"My life’s always been strictly urban," says Anna Gor, director of the Arsenal National Centre of Contemporary Art in Nizhny Novgorod, Russia. In 2015, as a bit of a lifestyle experiment, she bought a lot in front of her friend’s holiday cottage outside the city. Finding inspiration in a lesson by Russian architect Mikhail Labazov, she decided to create "a small shelter for [her] favorite pursuits": reading, entertaining, and arranging flowers.
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With her busy schedule at the Arsenal, Anna didn’t have much time to think about her future house. Then she discovered DublDom online and decided that its prefabricated houses would be an affordable, efficient alternative to commissioning a custom project from an architect.
DublDom modular houses are designed and produced by Moscow-based architect Ivan Ovchinnikov, who created them as an alternative to the low-quality traditional-style houses common in Russian suburbs. Most people just want the basics—bedroom, bathroom, kitchen, and porch—for an affordable price, Ovchinnikov says. "Our task is to pack their wishes into a modern form, changing their way of life—and the countryside as a whole."
The smallest DublDom model, a cabin with a pitched roof, is made of two units. (DublDom is a play on "double home.") Each module’s length (6 meters, or a little less than 20 feet) was determined by the standard size of timber products in Russia. Its width (about 8 feet) and height (about 10 feet) were defined by transportation rules.
The modules are joined by an insert along the roof spine, which gives the structures their distinctive pitched form rather than the blocky silhouette often seen in prefab construction. One DublDom house can be composed of several pairs of such parts, and more can be added later if an owner decides to expand. Anna’s house, a version of the DublDom 2.87 design, is made of four modules—for now.
The timber-frame structure is made of pine planks with insulation between them; the cables and plumbing are installed in the walls before cladding is added. DublDom’s default exterior finish is black corrugated steel, but there are many options. Anna chose Shinglas shingles for the roof and two sides of the house. Her DublDom boasts a high-performance envelope designed with passive strategies like a porch awning that protects the glass of the southern facade from summer sun but catches low winter light so well that even in freezing temperatures it can be warm inside without turning on the heat.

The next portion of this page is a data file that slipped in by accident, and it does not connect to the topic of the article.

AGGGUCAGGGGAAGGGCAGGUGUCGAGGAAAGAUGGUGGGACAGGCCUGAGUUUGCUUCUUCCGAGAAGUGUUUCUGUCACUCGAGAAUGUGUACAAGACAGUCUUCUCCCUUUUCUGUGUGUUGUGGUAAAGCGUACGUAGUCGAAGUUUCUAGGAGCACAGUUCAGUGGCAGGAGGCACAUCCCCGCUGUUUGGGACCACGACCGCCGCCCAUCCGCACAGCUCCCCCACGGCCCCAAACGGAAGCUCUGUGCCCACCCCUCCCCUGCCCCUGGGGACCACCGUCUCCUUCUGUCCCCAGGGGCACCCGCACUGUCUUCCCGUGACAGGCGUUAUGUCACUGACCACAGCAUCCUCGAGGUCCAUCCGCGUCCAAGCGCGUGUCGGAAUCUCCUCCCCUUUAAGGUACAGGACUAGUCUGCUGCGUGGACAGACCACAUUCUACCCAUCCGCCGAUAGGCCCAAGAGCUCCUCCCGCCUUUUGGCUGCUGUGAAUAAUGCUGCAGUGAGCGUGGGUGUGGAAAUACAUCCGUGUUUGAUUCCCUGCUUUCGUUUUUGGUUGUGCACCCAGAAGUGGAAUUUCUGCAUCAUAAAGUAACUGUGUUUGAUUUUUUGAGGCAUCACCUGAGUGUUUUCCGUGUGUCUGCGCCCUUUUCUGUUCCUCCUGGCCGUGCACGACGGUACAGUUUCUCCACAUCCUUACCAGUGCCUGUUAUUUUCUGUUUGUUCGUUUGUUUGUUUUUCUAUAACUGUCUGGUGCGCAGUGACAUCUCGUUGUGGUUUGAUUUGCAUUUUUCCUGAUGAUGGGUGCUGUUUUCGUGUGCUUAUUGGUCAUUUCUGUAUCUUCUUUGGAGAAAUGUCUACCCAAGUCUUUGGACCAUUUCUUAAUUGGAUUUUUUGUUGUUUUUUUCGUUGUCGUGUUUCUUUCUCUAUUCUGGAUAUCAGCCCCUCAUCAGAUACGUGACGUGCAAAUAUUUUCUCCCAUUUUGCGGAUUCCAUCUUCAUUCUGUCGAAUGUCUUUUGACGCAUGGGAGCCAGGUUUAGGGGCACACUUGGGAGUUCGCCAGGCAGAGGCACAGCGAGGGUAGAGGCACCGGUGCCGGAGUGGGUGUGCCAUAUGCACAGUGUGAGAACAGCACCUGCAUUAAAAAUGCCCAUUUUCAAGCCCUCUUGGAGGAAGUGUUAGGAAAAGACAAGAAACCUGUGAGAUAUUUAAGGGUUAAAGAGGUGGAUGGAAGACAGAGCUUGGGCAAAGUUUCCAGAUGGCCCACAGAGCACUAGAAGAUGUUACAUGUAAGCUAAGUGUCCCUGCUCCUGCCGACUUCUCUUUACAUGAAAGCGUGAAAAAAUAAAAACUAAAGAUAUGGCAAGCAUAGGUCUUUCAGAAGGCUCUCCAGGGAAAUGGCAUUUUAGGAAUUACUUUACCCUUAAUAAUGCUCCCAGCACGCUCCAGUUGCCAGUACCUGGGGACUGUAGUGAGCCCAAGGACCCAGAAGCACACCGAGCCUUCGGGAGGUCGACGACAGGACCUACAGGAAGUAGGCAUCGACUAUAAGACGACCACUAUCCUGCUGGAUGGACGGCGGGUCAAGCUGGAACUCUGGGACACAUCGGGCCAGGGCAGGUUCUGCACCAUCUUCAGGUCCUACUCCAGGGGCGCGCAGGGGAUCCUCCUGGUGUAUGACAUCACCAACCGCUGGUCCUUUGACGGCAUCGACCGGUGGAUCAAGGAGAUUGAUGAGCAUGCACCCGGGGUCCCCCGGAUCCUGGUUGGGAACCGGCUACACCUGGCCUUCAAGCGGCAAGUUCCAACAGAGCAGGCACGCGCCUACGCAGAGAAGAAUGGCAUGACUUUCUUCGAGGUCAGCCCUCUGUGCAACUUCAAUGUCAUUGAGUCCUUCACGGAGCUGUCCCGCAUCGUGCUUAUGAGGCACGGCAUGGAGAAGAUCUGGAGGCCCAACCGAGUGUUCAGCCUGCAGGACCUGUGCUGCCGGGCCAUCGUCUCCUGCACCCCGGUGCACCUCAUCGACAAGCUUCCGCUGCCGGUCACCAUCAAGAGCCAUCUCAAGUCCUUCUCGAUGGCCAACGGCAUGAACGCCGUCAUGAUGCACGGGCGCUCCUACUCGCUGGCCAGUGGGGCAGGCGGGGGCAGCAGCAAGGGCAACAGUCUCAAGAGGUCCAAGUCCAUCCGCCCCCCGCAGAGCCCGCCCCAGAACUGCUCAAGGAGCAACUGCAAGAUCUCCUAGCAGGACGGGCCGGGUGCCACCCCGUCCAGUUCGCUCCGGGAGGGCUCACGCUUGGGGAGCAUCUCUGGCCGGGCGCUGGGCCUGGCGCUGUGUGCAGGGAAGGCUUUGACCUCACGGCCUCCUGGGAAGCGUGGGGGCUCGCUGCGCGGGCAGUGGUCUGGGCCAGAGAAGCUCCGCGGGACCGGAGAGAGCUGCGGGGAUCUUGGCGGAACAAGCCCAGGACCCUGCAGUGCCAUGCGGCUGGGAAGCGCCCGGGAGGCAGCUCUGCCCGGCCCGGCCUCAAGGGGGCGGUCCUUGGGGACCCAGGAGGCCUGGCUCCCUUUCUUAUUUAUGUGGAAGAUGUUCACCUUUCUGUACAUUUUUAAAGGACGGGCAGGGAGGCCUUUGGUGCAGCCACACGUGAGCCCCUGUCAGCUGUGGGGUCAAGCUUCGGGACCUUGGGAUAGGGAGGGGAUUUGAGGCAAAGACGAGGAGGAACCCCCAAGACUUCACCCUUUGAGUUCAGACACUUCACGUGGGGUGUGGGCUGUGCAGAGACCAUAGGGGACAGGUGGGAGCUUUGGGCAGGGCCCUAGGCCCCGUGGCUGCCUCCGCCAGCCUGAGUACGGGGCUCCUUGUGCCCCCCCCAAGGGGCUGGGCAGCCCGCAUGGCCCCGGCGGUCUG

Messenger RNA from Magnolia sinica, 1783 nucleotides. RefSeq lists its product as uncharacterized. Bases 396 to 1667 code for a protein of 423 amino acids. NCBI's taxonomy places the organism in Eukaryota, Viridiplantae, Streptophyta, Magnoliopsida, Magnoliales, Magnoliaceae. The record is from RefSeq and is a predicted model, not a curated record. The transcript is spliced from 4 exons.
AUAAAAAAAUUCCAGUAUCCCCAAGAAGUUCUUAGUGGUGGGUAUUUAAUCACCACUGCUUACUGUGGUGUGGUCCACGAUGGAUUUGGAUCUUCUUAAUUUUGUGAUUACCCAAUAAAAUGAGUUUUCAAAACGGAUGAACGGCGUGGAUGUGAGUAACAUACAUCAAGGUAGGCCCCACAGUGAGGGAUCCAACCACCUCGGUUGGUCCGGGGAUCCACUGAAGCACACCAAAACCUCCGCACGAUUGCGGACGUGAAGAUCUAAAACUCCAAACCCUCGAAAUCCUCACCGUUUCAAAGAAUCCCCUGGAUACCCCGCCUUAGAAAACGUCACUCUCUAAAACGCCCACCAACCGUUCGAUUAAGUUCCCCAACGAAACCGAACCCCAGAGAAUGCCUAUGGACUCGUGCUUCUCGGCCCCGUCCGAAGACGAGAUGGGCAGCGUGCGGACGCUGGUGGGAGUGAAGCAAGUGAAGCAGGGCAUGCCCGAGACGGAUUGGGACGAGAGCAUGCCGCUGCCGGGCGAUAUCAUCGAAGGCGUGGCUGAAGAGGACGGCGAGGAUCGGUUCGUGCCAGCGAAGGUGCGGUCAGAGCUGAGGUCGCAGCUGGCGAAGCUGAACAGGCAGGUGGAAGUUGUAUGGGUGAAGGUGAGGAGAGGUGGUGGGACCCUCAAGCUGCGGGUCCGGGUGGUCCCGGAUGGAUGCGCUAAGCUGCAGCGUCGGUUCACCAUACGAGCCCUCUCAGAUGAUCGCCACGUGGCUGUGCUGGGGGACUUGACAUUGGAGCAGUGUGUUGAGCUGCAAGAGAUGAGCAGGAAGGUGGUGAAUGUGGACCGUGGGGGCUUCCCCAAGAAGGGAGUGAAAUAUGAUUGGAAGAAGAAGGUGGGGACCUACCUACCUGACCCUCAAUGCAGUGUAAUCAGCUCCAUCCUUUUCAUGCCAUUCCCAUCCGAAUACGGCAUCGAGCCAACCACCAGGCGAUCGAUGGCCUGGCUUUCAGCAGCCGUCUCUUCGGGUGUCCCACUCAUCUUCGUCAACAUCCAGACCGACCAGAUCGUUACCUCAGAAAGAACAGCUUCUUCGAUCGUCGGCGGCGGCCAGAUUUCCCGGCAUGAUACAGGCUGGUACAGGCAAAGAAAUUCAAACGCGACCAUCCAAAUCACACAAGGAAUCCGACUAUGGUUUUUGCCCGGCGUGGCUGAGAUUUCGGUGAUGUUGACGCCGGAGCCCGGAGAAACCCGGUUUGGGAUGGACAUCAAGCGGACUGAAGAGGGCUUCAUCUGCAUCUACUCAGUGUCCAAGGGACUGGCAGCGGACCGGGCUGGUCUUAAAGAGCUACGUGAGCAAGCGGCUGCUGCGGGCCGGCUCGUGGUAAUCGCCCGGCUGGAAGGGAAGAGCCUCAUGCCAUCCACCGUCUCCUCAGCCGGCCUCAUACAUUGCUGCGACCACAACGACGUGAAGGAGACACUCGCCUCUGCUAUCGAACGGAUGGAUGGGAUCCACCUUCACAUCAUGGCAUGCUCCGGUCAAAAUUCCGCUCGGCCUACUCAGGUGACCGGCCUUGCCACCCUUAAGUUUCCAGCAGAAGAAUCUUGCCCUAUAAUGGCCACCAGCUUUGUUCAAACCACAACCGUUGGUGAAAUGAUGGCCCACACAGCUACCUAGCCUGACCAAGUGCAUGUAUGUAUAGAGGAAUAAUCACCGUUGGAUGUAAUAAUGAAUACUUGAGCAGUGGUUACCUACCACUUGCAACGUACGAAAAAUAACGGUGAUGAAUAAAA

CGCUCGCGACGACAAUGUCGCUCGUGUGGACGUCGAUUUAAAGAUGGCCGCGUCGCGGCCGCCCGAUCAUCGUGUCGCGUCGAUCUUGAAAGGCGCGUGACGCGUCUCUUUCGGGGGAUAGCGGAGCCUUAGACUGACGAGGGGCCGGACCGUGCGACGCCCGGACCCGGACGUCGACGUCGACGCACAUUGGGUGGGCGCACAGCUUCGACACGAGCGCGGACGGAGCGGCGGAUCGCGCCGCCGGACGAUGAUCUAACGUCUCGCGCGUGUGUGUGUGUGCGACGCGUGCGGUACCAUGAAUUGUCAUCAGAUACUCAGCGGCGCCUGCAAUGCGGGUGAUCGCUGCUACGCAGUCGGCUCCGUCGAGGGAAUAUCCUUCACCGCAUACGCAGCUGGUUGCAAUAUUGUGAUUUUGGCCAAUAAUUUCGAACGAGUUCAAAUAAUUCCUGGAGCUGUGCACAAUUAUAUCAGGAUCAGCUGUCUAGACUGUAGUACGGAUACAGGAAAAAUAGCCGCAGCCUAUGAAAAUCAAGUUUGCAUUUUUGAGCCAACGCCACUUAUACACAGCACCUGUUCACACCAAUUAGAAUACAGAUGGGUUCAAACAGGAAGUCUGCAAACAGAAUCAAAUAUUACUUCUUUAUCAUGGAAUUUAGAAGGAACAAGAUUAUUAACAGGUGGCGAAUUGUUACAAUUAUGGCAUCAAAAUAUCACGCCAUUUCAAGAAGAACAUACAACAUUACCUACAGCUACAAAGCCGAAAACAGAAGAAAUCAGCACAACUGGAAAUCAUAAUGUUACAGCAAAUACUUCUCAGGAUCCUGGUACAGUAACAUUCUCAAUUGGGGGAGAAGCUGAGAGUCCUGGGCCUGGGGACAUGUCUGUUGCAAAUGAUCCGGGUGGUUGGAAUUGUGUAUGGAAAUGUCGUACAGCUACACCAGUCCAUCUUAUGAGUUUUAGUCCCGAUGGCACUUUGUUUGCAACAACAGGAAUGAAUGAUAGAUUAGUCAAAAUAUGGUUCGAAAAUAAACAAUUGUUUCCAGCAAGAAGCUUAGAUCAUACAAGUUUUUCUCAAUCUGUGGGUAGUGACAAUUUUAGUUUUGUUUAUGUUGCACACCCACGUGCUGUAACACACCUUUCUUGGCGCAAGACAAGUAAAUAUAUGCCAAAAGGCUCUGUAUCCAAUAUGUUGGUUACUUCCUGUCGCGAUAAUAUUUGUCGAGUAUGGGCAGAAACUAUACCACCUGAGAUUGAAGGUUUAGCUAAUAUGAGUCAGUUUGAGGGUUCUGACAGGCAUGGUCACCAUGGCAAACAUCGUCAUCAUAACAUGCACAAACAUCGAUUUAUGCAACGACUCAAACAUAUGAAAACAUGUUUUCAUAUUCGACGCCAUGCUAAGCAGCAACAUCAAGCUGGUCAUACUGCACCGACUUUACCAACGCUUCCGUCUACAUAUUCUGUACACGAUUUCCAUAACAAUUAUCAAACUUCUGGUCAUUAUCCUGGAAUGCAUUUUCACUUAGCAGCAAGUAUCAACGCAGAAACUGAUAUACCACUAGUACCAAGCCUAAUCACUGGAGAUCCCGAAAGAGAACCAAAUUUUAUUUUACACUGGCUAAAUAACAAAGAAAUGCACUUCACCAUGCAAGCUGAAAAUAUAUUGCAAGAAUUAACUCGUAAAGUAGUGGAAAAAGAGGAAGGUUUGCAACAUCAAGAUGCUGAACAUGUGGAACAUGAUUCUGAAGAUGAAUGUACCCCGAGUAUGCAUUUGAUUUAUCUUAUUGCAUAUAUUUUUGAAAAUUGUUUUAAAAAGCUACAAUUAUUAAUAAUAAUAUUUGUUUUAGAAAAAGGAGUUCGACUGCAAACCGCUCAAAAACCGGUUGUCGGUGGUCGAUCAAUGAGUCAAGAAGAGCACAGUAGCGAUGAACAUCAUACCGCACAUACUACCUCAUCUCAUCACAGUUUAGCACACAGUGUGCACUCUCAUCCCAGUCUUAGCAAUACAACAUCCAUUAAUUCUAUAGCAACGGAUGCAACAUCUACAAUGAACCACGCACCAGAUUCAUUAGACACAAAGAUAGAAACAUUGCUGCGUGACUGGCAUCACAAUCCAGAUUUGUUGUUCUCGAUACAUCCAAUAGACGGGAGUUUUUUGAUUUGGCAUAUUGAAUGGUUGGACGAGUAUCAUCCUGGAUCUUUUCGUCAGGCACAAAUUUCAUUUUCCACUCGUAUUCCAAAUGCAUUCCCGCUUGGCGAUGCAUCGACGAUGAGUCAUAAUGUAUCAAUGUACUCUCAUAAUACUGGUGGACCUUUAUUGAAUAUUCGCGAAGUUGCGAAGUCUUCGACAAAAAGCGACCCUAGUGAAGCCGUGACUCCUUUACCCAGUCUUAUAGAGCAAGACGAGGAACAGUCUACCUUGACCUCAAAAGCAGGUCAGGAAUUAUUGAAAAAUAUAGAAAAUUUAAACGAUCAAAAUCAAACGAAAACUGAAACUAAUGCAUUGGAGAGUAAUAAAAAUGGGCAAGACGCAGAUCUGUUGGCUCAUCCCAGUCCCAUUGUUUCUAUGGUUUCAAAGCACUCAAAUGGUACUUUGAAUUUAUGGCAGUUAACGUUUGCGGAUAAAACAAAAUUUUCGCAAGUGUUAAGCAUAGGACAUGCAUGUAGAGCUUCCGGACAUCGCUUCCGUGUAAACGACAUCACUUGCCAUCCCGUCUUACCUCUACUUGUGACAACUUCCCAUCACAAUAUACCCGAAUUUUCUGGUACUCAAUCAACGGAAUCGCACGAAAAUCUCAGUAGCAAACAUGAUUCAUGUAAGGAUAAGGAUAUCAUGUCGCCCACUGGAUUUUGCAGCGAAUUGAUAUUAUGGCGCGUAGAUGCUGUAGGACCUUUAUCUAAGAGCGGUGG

To date, Ovchinnikov has developed about 50 versions of the DublDom concept, but Anna’s home is more personalized than most. (Since details as small as changing a faucet can cause a delay of a full week, Ovchinnikov plans to one day stock three standardized versions of DublDom’s most popular models, which he envisions selling as simply as cars.)
For her getaway, Anna asked him to remove almost all inner partitions and doors—even on the bedrooms. "All my life I’ve lived in small, cramped places," she says. "I wanted to try to create an open, free space that continues beyond the glass facades."
Anna also customized the finishes, becoming one of the first DublDom clients to tint all the interior timber surfaces. The material’s grayish hue coordinates with the home’s red-and-gray color scheme, the same used at the Arsenal. The dramatic red ramp that leads to the main porch is another nod to Anna’s workplace, specifically to the now-dismantled crimson entrance that existed during the reconstruction of its historical building. Other special features include the large mechanical room for a gas water heater and heating system (electricity is usually used for heating in DublDom houses) and built-in shelves for the books Anna inherited from her parents. She bought most of the furniture at IKEA, except for an antique chest and a dining table that her staff made. The small end table in the living area was a housewarming gift from Ovchinnikov to his client, who found the home she imagined so many times—with its pitched roof and two glass facades—realized as a DublDom.